This is something I have often considered. Because I am of the semi-serious view that it might be better if great songs, once they have sold x copies, were to become "listed" (like listed/protected buildings etc). After that nobody would allowed to create new recordings of them, sample them, remix them, or $%^& them up in any way. Not even the original artist. People could only mess with them in live
performances. This would hopefully:
a) Kill the industry built on disposable no-name no-talent nobodies ripping the soul out of great old songs, and basically murdering them.
b) Especially, kill X-Factor etc
c) Prevent people stealing bits of great songs, looping them, talking fast over them, and calling it a song.
d) Promote bands who can cut the mustard in a live performance
e) Encourage creativity
Having come up with this idea, I then had to ask myself if the world would be a better place without both the multitude of crap covers AND the small minority of great covers. So I had to think of what covers I considered better than the originals, and whether I would be prepared to "sacrifice" them "for the greater good". So here's a few I prepared earlier:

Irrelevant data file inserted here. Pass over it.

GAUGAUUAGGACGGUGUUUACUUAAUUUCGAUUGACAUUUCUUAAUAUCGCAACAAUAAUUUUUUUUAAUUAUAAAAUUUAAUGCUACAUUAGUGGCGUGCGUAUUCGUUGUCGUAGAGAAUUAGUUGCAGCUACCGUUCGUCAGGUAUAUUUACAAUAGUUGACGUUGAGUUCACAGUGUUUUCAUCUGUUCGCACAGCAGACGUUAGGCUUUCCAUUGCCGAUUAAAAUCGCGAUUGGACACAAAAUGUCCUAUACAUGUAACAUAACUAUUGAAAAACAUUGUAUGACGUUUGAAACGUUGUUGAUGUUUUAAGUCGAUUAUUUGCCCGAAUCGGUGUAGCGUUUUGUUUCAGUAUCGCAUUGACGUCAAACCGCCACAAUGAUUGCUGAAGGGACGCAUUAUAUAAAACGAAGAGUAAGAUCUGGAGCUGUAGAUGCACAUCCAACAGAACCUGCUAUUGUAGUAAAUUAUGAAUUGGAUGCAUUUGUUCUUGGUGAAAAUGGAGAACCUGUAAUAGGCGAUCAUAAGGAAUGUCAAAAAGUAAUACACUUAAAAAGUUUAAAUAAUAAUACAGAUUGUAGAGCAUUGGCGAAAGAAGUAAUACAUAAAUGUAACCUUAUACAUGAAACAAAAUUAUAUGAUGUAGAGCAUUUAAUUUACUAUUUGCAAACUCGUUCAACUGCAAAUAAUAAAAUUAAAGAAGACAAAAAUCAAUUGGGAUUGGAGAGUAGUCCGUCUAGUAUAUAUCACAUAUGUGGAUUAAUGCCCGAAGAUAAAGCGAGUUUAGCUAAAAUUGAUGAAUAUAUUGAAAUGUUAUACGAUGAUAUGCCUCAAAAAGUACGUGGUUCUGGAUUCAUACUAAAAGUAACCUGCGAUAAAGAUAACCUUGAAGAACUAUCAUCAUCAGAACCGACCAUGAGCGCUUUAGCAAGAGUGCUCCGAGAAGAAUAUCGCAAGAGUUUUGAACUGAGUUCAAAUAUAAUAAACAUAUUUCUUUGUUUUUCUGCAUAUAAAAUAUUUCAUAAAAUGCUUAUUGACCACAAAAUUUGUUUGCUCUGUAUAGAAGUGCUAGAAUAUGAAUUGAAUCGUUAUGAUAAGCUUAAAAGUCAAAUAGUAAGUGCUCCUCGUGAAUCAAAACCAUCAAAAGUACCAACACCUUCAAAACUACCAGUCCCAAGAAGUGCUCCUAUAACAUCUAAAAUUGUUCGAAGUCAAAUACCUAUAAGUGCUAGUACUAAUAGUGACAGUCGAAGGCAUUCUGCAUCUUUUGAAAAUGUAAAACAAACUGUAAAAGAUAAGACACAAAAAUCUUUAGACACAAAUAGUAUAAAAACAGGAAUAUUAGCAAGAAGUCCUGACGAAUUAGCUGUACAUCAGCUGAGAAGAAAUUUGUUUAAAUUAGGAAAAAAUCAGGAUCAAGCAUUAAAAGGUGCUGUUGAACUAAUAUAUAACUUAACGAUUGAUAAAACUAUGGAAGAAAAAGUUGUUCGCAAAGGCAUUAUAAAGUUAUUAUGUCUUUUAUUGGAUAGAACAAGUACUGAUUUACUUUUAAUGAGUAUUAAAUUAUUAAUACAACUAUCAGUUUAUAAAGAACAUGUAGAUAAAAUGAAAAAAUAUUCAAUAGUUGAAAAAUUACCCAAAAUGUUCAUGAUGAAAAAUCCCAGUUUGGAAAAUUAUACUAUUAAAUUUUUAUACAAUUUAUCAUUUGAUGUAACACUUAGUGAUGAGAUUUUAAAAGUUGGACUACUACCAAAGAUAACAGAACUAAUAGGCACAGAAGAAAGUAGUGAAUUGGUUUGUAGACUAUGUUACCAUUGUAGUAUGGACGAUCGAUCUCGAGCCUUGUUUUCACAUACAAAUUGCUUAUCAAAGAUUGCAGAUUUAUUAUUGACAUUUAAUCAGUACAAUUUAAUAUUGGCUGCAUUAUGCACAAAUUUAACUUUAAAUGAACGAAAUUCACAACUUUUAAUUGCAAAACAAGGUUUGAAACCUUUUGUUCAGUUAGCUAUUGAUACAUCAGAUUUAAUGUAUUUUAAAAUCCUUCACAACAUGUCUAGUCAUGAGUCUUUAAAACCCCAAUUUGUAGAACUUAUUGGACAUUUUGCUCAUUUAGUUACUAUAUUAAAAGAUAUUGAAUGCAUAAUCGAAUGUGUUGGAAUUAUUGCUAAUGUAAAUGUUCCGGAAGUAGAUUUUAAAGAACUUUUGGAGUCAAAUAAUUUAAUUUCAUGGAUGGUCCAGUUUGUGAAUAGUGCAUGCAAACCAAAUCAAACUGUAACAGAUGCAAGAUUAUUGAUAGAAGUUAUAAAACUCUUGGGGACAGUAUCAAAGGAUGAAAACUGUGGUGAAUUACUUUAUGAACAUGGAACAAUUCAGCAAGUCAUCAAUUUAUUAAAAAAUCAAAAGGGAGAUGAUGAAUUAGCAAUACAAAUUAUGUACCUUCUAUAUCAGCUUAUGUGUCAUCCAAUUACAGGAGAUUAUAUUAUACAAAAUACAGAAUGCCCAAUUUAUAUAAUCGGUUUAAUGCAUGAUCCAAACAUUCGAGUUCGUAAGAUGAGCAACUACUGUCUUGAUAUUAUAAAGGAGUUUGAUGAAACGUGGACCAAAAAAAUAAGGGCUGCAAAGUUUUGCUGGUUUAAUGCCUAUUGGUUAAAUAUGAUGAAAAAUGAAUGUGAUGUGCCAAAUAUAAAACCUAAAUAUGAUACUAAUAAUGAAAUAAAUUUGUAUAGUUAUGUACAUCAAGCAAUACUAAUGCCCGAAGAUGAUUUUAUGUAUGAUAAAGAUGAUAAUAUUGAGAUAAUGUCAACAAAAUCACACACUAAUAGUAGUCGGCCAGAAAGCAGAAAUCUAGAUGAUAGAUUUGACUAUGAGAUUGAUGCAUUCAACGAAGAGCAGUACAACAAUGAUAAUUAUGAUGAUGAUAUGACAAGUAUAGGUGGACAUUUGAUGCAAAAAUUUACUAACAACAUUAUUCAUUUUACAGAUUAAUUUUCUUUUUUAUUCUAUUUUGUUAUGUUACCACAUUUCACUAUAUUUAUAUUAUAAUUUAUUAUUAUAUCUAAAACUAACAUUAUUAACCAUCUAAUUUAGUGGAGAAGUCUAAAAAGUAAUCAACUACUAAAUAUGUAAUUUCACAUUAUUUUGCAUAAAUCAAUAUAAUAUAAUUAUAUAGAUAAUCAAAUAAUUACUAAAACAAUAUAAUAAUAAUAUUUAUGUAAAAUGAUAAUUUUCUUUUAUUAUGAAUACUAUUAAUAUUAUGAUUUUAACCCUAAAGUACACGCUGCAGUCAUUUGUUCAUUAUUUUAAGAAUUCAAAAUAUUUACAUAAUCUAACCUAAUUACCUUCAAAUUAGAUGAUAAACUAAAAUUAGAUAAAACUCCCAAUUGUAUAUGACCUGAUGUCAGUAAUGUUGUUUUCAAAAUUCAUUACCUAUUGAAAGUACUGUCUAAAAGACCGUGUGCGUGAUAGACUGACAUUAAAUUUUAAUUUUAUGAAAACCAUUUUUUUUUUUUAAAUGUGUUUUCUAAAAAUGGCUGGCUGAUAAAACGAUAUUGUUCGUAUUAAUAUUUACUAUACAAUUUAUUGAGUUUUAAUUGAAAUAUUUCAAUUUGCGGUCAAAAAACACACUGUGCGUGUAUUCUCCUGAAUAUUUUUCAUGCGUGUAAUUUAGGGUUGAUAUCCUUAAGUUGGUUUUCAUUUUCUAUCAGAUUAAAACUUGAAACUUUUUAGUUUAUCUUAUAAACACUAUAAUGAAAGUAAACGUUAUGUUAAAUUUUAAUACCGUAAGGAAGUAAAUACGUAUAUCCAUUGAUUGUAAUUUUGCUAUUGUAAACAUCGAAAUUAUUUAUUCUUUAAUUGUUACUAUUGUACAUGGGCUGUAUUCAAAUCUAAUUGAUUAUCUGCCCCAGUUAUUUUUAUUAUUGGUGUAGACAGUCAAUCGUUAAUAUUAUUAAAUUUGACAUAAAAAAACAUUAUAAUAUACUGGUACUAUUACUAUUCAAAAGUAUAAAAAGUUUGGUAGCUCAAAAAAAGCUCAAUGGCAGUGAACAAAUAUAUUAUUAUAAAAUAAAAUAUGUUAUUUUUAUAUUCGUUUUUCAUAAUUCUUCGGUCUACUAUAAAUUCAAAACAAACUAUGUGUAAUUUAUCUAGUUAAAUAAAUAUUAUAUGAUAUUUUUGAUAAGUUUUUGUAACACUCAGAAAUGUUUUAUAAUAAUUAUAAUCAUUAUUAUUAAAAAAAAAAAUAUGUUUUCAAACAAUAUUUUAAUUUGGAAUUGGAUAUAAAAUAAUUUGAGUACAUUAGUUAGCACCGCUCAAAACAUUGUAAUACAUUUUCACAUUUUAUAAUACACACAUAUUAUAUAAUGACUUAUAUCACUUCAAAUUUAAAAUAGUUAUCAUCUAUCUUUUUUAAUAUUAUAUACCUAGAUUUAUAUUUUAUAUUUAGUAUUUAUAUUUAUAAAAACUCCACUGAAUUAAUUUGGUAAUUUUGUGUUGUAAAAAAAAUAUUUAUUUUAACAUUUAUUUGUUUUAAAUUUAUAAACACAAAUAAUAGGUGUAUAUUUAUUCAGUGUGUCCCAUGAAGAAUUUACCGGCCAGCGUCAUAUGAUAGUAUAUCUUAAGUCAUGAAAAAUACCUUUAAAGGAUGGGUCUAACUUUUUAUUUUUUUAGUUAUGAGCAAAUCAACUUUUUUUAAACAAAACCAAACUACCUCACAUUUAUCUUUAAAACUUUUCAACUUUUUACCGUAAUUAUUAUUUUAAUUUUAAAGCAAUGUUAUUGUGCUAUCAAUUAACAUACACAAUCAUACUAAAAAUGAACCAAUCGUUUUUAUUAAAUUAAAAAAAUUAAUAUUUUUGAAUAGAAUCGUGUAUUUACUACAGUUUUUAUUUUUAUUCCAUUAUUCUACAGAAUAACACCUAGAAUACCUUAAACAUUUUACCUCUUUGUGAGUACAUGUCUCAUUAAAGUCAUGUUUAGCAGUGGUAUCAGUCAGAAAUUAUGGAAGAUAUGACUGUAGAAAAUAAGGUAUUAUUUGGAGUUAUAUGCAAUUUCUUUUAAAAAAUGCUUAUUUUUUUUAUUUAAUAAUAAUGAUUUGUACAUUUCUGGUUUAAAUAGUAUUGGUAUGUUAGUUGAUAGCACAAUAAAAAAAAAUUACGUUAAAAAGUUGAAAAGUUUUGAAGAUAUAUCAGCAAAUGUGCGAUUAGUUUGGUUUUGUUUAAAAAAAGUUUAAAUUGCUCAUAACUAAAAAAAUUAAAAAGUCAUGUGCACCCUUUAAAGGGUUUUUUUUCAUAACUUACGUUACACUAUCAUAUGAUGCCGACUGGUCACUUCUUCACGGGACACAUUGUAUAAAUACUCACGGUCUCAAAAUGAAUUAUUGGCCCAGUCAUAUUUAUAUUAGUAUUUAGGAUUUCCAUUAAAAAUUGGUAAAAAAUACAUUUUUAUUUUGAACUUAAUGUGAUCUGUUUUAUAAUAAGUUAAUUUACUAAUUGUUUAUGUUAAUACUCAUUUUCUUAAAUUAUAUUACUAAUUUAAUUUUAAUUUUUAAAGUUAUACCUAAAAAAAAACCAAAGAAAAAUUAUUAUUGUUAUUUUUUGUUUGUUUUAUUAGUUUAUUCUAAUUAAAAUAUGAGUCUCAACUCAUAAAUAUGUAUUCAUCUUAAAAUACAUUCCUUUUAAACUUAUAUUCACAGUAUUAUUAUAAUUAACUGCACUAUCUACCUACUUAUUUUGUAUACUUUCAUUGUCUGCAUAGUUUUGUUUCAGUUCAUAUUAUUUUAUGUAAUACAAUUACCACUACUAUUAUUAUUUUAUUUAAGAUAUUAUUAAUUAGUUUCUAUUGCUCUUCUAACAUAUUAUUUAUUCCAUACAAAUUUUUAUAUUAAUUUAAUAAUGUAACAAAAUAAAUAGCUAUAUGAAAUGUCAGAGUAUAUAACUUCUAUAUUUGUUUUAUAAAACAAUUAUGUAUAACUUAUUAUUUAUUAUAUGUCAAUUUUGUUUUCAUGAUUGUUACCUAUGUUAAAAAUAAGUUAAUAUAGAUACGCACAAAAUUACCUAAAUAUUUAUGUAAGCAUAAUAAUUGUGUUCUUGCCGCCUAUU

Jimi Hendrix's "All Along The Watchtower" (Bob Dylan)
Jimi Hendrix's "Hey Joe" (The Leaves)
Roxy Music's "Jealous Guy" (John Lennon)
Judas Priest's "Diamonds and Rust" (live) (Joan Baez)
Jeff Buckley's "Hallelujah" (Leonard Cohen). I don't care what anyone else says, or who came up with that arrangement. As far as I'm concerned, This Is The One. His vocals and guitar are sublime
The Byrds' "Mr Tambourine Man" (Bob Dylan)
The Righteous Brothers' "Unchained Melody" (Dunno who recorded it first, but it wasn't The Righteous Brothers)
Dusty Springfield's "24 Hours From Tulsa" (Gene Pitney, but written by Burt Backarackarackaraaaaaaaa)
Eva Cassidy's "Fields of Gold" (Sting)
There were more but I don't remember them right now. And yes, I'd sacrifice them all...
DanH wrote:Metallicas version of whiskey in the jar
Hmm. I just can't agree with that one... :-/